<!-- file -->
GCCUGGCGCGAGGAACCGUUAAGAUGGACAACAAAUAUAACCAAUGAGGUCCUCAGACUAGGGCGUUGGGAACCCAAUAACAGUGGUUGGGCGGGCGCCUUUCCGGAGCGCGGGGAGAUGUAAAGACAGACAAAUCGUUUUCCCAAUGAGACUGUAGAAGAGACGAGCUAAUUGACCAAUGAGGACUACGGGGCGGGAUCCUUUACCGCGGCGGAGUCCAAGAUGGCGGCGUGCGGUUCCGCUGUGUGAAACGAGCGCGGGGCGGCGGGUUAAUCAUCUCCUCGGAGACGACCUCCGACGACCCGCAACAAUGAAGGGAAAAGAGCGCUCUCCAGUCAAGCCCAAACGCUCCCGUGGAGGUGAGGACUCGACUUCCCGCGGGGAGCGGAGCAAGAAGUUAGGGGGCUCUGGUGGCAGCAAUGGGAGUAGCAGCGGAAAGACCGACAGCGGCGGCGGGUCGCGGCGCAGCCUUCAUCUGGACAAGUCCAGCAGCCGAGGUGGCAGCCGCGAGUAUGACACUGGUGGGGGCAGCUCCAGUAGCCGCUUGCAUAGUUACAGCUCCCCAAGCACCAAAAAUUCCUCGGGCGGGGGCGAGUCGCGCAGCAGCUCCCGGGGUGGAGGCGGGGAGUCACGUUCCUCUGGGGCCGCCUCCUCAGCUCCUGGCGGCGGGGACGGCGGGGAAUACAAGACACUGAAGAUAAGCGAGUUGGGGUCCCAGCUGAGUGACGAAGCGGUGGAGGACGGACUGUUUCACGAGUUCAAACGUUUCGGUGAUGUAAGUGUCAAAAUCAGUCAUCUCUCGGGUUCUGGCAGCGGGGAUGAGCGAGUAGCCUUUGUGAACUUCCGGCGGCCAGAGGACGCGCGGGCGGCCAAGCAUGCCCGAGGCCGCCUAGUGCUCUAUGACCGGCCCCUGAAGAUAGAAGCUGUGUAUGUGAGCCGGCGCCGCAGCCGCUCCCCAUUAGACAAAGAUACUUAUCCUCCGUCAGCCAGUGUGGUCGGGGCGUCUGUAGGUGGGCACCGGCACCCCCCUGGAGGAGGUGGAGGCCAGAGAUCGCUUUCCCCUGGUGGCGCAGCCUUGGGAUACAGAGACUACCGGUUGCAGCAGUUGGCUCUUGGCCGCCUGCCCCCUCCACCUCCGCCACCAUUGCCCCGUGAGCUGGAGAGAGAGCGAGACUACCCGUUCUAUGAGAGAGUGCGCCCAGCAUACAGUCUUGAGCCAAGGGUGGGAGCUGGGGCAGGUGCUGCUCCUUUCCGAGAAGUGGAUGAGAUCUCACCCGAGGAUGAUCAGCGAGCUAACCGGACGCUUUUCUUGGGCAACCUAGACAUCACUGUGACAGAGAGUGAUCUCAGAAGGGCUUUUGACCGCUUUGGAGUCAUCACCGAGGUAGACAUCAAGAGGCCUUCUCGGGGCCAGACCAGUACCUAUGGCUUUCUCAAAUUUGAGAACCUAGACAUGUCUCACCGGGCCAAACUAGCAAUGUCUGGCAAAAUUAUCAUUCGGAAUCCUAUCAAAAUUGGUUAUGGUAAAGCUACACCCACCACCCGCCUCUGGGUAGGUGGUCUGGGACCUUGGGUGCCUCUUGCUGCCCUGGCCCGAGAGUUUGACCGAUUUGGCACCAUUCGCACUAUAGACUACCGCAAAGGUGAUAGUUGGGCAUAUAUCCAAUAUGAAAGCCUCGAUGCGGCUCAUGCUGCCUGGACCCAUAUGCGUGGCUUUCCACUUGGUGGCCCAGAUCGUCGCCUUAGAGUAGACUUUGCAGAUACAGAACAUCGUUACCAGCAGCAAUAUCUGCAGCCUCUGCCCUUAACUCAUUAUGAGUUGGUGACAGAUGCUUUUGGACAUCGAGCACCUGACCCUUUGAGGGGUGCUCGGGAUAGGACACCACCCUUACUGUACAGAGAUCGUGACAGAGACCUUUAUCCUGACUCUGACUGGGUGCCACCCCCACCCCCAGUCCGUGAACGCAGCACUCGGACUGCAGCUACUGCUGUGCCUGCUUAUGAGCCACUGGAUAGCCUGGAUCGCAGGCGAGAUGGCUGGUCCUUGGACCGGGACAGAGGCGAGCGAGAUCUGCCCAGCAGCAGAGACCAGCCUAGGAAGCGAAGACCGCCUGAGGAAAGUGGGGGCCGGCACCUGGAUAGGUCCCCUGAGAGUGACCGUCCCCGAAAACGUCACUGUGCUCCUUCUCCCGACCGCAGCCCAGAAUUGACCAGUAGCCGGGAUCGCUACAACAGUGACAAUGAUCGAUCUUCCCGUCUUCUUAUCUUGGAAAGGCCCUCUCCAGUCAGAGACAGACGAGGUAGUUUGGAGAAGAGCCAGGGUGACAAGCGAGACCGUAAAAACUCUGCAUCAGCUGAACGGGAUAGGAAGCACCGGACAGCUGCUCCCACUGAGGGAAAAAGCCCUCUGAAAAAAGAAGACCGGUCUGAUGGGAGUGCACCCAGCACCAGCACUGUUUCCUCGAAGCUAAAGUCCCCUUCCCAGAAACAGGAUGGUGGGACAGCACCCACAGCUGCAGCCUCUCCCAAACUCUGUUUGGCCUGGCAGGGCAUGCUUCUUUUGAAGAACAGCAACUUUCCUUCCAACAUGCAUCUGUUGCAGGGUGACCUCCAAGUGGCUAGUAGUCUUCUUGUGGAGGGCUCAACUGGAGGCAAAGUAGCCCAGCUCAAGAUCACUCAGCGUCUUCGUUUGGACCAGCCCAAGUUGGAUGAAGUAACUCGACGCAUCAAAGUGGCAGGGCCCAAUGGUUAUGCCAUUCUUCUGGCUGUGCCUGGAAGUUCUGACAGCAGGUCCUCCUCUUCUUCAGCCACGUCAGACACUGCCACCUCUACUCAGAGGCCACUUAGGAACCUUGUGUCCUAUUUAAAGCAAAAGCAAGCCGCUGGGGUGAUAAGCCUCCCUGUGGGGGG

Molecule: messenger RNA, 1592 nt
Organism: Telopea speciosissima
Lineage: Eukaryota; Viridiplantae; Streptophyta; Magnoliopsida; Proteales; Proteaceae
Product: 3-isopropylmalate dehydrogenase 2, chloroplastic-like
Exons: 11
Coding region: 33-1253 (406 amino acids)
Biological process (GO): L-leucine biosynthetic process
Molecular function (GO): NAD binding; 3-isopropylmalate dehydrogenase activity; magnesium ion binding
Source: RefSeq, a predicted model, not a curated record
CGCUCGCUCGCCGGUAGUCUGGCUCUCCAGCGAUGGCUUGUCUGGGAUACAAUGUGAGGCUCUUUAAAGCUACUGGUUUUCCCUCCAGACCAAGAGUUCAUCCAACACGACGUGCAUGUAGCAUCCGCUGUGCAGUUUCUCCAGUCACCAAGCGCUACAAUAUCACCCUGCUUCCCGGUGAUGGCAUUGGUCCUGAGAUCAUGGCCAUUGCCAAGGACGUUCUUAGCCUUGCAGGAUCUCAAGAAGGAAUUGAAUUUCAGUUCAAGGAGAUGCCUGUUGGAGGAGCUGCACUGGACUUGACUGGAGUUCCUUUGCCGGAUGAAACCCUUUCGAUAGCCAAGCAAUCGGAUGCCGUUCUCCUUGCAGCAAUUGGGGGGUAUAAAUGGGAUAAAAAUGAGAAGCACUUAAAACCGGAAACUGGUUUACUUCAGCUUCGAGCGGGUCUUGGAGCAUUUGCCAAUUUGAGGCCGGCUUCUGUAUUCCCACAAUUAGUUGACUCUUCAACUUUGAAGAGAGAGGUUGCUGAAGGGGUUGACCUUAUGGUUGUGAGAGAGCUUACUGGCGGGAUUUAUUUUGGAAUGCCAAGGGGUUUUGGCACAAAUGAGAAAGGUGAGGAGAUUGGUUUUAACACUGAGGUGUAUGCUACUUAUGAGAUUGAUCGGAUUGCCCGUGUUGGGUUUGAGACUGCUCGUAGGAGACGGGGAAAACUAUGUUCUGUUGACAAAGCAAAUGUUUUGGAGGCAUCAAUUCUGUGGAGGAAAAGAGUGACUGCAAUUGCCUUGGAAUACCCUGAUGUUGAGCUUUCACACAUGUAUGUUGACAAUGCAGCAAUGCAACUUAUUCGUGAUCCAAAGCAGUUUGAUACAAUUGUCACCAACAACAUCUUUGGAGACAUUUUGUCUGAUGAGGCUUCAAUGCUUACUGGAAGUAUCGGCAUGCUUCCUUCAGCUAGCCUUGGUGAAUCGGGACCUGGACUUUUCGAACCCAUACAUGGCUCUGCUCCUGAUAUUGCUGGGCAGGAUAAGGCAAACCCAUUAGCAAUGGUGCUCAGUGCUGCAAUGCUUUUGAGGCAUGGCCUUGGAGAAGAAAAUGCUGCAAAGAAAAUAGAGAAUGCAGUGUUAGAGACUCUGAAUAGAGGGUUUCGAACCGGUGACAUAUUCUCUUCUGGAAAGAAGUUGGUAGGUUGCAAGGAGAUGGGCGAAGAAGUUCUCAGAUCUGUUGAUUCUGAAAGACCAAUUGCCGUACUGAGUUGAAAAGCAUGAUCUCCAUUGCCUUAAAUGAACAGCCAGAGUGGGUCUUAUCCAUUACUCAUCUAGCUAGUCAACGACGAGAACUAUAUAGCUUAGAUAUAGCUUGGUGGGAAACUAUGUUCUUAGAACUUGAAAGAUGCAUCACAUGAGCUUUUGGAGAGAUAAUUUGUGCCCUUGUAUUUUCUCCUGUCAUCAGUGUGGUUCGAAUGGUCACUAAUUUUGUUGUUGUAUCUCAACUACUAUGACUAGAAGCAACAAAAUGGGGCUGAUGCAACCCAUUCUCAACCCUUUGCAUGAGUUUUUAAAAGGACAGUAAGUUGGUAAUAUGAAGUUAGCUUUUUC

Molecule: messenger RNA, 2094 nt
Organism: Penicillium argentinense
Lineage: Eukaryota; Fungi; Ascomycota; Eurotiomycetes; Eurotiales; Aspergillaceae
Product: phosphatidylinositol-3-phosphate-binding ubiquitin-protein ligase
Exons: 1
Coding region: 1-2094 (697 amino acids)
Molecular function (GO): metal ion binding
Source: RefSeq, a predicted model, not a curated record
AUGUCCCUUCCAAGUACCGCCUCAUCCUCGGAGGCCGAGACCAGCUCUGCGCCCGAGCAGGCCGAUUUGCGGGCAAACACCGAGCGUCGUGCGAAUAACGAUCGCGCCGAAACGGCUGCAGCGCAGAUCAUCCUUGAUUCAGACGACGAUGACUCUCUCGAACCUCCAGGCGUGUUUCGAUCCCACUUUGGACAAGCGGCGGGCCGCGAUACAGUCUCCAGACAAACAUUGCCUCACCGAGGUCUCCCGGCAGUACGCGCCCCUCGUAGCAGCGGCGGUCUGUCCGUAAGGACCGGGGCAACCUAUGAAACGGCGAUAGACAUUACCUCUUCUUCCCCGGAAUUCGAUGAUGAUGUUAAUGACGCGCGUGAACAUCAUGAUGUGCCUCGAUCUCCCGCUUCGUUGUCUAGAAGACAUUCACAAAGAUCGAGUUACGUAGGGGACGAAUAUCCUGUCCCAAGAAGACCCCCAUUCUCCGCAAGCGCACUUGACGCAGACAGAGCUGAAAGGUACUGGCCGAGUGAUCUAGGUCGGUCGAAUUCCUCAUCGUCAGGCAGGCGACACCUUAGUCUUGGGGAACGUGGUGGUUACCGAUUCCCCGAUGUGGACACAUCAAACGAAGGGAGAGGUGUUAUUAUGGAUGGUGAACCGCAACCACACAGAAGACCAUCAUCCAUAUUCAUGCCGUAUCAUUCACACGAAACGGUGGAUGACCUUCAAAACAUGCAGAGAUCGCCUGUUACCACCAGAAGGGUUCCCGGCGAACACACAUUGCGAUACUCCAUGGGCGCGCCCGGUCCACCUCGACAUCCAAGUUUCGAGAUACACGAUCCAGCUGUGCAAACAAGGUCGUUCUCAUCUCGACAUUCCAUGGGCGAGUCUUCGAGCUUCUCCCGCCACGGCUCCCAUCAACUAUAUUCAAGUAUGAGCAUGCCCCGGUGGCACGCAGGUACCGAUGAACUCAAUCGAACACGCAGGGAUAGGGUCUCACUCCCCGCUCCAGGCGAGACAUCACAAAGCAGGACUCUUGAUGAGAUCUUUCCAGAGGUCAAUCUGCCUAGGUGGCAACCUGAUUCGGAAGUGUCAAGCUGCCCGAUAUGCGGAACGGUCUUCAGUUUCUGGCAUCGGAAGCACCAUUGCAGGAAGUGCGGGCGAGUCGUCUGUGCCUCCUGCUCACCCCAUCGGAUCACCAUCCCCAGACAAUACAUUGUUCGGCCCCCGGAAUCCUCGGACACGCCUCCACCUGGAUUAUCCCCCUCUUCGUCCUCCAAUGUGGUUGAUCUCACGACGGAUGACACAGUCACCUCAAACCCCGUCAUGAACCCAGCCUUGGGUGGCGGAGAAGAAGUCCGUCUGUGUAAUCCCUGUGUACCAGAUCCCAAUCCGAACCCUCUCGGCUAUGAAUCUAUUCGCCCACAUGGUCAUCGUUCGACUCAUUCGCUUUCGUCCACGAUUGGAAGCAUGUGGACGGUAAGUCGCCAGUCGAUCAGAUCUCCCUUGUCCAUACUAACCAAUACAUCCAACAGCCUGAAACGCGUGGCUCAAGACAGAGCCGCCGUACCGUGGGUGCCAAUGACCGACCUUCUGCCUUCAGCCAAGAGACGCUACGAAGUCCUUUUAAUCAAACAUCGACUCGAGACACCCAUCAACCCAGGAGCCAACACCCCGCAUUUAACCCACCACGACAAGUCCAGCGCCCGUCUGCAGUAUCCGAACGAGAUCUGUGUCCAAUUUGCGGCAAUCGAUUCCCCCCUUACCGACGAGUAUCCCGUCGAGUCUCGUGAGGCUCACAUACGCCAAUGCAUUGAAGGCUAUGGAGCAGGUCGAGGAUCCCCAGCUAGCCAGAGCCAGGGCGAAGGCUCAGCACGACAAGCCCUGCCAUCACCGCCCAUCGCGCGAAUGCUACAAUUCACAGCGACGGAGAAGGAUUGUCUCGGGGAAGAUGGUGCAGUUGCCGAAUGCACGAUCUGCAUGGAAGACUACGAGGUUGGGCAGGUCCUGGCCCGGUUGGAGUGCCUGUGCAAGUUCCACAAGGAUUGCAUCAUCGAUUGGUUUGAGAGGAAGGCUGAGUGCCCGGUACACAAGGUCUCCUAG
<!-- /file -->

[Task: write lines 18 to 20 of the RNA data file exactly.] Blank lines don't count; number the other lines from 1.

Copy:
Molecular function (GO): metal ion binding
Source: RefSeq, a predicted model, not a curated record
AUGUCCCUUCCAAGUACCGCCUCAUCCUCGGAGGCCGAGACCAGCUCUGCGCCCGAGCAGGCCGAUUUGCGGGCAAACACCGAGCGUCGUGCGAAUAACGAUCGCGCCGAAACGGCUGCAGCGCAGAUCAUCCUUGAUUCAGACGACGAUGACUCUCUCGAACCUCCAGGCGUGUUUCGAUCCCACUUUGGACAAGCGGCGGGCCGCGAUACAGUCUCCAGACAAACAUUGCCUCACCGAGGUCUCCCGGCAGUACGCGCCCCUCGUAGCAGCGGCGGUCUGUCCGUAAGGACCGGGGCAACCUAUGAAACGGCGAUAGACAUUACCUCUUCUUCCCCGGAAUUCGAUGAUGAUGUUAAUGACGCGCGUGAACAUCAUGAUGUGCCUCGAUCUCCCGCUUCGUUGUCUAGAAGACAUUCACAAAGAUCGAGUUACGUAGGGGACGAAUAUCCUGUCCCAAGAAGACCCCCAUUCUCCGCAAGCGCACUUGACGCAGACAGAGCUGAAAGGUACUGGCCGAGUGAUCUAGGUCGGUCGAAUUCCUCAUCGUCAGGCAGGCGACACCUUAGUCUUGGGGAACGUGGUGGUUACCGAUUCCCCGAUGUGGACACAUCAAACGAAGGGAGAGGUGUUAUUAUGGAUGGUGAACCGCAACCACACAGAAGACCAUCAUCCAUAUUCAUGCCGUAUCAUUCACACGAAACGGUGGAUGACCUUCAAAACAUGCAGAGAUCGCCUGUUACCACCAGAAGGGUUCCCGGCGAACACACAUUGCGAUACUCCAUGGGCGCGCCCGGUCCACCUCGACAUCCAAGUUUCGAGAUACACGAUCCAGCUGUGCAAACAAGGUCGUUCUCAUCUCGACAUUCCAUGGGCGAGUCUUCGAGCUUCUCCCGCCACGGCUCCCAUCAACUAUAUUCAAGUAUGAGCAUGCCCCGGUGGCACGCAGGUACCGAUGAACUCAAUCGAACACGCAGGGAUAGGGUCUCACUCCCCGCUCCAGGCGAGACAUCACAAAGCAGGACUCUUGAUGAGAUCUUUCCAGAGGUCAAUCUGCCUAGGUGGCAACCUGAUUCGGAAGUGUCAAGCUGCCCGAUAUGCGGAACGGUCUUCAGUUUCUGGCAUCGGAAGCACCAUUGCAGGAAGUGCGGGCGAGUCGUCUGUGCCUCCUGCUCACCCCAUCGGAUCACCAUCCCCAGACAAUACAUUGUUCGGCCCCCGGAAUCCUCGGACACGCCUCCACCUGGAUUAUCCCCCUCUUCGUCCUCCAAUGUGGUUGAUCUCACGACGGAUGACACAGUCACCUCAAACCCCGUCAUGAACCCAGCCUUGGGUGGCGGAGAAGAAGUCCGUCUGUGUAAUCCCUGUGUACCAGAUCCCAAUCCGAACCCUCUCGGCUAUGAAUCUAUUCGCCCACAUGGUCAUCGUUCGACUCAUUCGCUUUCGUCCACGAUUGGAAGCAUGUGGACGGUAAGUCGCCAGUCGAUCAGAUCUCCCUUGUCCAUACUAACCAAUACAUCCAACAGCCUGAAACGCGUGGCUCAAGACAGAGCCGCCGUACCGUGGGUGCCAAUGACCGACCUUCUGCCUUCAGCCAAGAGACGCUACGAAGUCCUUUUAAUCAAACAUCGACUCGAGACACCCAUCAACCCAGGAGCCAACACCCCGCAUUUAACCCACCACGACAAGUCCAGCGCCCGUCUGCAGUAUCCGAACGAGAUCUGUGUCCAAUUUGCGGCAAUCGAUUCCCCCCUUACCGACGAGUAUCCCGUCGAGUCUCGUGAGGCUCACAUACGCCAAUGCAUUGAAGGCUAUGGAGCAGGUCGAGGAUCCCCAGCUAGCCAGAGCCAGGGCGAAGGCUCAGCACGACAAGCCCUGCCAUCACCGCCCAUCGCGCGAAUGCUACAAUUCACAGCGACGGAGAAGGAUUGUCUCGGGGAAGAUGGUGCAGUUGCCGAAUGCACGAUCUGCAUGGAAGACUACGAGGUUGGGCAGGUCCUGGCCCGGUUGGAGUGCCUGUGCAAGUUCCACAAGGAUUGCAUCAUCGAUUGGUUUGAGAGGAAGGCUGAGUGCCCGGUACACAAGGUCUCCUAG